And reading an advance copy of Froi of the Exiles has made me's not just Finnikin. I didn't like anybody in this novel, except for Evanjalin, and even she annoyed me at times. Girls in fantasies fall into usual tropes: either they're damsels in distress, old crones, or scheming, conniving shrews (Evanjalin!) I hate to say it, but I'm noticing a pattern with Marchetta's books: broken characters can always be redeemed, so she seems to say. And call me what you will (view spoiler), but I don't agree with that philosophy - at least, not in books. To me, there is such a thing as making characters too 'screwed up' to the point of being past redemption. Finnikin and Froi were too 'icky' for my taste.
And yes, having a character (the illustrious and heroic 'Froi') attempt to rape a character in one novel, only to wind up as the misunderstood but no less heroic protagonist in the sequel, is what I would call 'icky.' It's the kind of characterization I expect to see in a George R.R. Martin novel; Martin can get away with it, though, because he's not shoving his work at kids. can I say that Jellicoe Road is the closest thing I have to a favorite novel, when I'm not even sure that I like Melina Marchetta? Don't get me wrong, she's a fabulous writer with an incredible and thoughtful eye for detail, but as far as a storyteller, I'm finding that the more of her novels I read, the more dissatisfied I become. Why does everything have to be so complex? Why do all her characters have to be so depressingly broken?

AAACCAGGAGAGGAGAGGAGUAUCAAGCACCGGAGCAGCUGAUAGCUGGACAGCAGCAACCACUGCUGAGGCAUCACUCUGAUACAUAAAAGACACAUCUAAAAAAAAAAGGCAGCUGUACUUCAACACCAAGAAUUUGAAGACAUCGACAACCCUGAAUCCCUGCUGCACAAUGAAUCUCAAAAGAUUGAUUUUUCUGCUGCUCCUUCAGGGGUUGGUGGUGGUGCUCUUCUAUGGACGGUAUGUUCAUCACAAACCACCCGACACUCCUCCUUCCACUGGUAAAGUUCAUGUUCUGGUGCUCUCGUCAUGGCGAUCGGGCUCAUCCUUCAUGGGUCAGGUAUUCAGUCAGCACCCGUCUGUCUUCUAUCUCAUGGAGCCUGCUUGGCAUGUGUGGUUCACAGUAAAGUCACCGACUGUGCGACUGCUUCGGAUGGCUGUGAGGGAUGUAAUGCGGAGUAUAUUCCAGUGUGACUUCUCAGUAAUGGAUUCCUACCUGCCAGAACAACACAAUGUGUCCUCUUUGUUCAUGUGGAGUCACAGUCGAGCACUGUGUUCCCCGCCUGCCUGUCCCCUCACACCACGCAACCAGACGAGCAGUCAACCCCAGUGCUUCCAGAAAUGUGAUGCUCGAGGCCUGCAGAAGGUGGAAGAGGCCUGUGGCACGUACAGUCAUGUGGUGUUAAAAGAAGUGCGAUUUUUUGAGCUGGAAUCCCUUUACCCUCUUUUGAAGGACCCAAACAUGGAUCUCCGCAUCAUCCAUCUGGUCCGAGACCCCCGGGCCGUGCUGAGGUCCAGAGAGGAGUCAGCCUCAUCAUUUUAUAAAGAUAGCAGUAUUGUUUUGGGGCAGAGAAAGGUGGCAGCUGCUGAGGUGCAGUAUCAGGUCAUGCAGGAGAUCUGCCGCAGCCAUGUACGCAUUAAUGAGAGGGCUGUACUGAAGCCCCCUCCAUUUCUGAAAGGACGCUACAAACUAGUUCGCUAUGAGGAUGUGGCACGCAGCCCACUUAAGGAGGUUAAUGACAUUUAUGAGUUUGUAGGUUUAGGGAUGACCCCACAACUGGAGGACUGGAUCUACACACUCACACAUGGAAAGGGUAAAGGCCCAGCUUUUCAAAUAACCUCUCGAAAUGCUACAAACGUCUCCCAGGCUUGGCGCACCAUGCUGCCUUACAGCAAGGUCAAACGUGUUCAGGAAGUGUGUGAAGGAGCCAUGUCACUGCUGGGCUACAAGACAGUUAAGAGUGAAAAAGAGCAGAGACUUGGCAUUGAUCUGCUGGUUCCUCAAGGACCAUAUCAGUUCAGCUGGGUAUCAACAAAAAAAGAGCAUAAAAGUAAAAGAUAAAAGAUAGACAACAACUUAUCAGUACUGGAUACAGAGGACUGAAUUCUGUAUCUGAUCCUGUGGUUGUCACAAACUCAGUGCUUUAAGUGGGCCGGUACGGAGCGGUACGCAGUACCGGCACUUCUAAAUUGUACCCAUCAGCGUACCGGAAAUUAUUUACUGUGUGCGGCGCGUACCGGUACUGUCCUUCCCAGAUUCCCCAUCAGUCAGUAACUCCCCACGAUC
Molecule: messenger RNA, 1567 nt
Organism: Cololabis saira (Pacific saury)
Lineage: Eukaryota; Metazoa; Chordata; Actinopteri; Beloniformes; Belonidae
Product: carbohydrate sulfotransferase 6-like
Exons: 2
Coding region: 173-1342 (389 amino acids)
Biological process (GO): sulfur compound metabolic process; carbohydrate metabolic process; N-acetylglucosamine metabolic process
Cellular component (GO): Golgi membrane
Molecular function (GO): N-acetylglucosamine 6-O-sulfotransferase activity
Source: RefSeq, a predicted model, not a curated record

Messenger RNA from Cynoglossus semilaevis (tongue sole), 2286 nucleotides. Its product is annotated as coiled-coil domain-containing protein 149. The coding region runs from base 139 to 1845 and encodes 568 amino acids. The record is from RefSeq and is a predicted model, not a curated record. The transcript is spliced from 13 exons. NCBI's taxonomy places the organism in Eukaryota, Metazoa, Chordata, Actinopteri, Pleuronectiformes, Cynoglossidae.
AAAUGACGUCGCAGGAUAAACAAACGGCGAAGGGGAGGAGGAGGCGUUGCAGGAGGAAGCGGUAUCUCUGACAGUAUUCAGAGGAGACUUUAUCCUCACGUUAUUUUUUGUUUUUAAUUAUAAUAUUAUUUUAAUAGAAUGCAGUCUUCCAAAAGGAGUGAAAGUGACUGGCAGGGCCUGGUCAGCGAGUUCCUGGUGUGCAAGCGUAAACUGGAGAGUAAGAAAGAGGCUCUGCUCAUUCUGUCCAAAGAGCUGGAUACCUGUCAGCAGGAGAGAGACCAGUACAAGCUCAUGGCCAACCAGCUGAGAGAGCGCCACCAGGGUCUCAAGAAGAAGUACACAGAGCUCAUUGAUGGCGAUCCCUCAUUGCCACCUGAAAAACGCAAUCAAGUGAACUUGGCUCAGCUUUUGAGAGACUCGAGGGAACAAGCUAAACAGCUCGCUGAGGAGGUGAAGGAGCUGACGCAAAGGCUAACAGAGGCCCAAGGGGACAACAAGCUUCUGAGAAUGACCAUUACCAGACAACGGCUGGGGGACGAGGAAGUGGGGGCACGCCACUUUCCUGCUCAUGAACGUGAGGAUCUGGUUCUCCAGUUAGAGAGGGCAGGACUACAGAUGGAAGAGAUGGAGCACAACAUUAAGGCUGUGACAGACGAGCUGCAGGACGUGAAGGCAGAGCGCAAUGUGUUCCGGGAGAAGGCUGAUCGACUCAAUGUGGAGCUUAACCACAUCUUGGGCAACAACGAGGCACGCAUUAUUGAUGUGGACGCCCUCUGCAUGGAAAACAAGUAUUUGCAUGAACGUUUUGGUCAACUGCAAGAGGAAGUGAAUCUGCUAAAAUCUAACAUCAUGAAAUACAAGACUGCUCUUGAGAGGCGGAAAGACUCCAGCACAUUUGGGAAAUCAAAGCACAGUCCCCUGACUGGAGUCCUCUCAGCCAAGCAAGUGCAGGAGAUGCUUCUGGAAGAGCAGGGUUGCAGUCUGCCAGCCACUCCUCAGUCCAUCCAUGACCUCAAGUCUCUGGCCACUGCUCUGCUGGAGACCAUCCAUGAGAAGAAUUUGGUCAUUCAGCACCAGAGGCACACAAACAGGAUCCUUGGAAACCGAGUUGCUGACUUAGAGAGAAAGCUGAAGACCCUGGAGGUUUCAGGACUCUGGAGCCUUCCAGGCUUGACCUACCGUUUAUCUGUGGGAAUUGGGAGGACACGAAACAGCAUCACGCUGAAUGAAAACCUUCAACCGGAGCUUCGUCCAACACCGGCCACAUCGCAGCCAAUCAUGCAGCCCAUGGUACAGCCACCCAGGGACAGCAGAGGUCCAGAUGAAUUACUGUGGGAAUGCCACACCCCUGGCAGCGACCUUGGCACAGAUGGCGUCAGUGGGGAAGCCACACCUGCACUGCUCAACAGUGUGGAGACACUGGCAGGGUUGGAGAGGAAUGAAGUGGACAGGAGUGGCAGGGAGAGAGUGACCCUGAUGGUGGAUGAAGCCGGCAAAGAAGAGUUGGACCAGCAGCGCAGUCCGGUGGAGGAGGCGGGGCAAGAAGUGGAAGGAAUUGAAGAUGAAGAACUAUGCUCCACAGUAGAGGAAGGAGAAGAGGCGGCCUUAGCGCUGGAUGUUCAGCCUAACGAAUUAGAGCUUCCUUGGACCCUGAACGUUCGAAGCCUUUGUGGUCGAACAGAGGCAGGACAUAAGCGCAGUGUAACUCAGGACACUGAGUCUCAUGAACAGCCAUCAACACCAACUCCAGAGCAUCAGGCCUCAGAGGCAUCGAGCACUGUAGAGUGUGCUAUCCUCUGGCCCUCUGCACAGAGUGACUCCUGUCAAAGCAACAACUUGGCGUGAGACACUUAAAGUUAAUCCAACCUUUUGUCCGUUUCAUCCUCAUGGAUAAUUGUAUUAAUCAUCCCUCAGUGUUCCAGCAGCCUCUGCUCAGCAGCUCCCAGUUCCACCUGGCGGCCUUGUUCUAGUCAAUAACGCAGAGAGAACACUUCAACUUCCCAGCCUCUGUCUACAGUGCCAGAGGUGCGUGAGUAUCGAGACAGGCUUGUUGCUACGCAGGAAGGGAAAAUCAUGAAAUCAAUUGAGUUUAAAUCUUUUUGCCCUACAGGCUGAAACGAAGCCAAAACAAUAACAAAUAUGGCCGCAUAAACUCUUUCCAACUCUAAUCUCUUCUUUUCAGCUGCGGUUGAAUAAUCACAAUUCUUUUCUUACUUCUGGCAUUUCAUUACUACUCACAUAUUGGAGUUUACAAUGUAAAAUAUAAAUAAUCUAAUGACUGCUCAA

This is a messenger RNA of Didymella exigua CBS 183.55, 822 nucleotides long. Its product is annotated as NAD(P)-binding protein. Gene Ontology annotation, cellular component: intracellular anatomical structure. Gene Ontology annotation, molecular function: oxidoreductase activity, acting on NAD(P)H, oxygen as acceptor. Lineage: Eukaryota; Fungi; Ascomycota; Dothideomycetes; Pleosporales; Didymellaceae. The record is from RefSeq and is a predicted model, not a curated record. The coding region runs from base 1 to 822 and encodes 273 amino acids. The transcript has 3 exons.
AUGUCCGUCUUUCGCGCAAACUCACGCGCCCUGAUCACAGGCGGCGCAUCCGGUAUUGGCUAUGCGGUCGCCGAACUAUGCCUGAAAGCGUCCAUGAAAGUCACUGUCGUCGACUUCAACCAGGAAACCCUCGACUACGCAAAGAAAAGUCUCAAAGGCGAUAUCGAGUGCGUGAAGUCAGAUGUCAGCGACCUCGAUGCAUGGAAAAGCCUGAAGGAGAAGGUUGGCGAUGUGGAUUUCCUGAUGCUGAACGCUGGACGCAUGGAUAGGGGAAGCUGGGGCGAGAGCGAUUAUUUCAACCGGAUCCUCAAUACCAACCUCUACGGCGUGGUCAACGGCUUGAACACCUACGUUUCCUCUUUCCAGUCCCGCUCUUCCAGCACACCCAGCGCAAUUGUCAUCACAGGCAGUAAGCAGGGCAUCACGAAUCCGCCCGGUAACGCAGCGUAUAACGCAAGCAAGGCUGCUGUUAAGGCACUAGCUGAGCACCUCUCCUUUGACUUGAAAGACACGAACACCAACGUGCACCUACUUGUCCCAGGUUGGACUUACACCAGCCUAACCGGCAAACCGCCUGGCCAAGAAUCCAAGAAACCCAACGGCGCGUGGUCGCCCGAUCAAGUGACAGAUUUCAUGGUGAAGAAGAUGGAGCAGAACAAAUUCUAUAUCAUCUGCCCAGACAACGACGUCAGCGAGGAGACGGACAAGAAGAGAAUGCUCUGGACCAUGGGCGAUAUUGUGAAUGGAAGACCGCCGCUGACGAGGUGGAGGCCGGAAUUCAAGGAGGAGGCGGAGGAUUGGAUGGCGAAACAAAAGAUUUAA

I've already severed all reading ties with Cinda Williams Chima, and I might have to do the same with Melina Marchetta...

Mostly, I just don't think modern authors know how to write good fantasies. The two most popular YA fantasies - at least on Goodreads - seems to be this book and Graceling, both of which are products of modern authors with highly worldly and progressive messages set in completely nihilistic universes with characters that Nietzsche himself might like. 
In the fantasy genre, there is something to be said for traditional-style storytelling. Look at C.S. Lewis, Lloyd Alexander, and J.R.R. Tolkien. All of their fantasy novels featured characters with integrity and a moral code. It's disillusioning to me that integrity is no longer required in a fantasy hero or heroine...

This is one such book that I recommend to no one, but I think that some adults might be impressed with Marchetta's fantasy universe, doom-and-gloom as it is.

Blog designed by Dreamy Blog Designs using Joifa Designs Birght Night and Cozy kit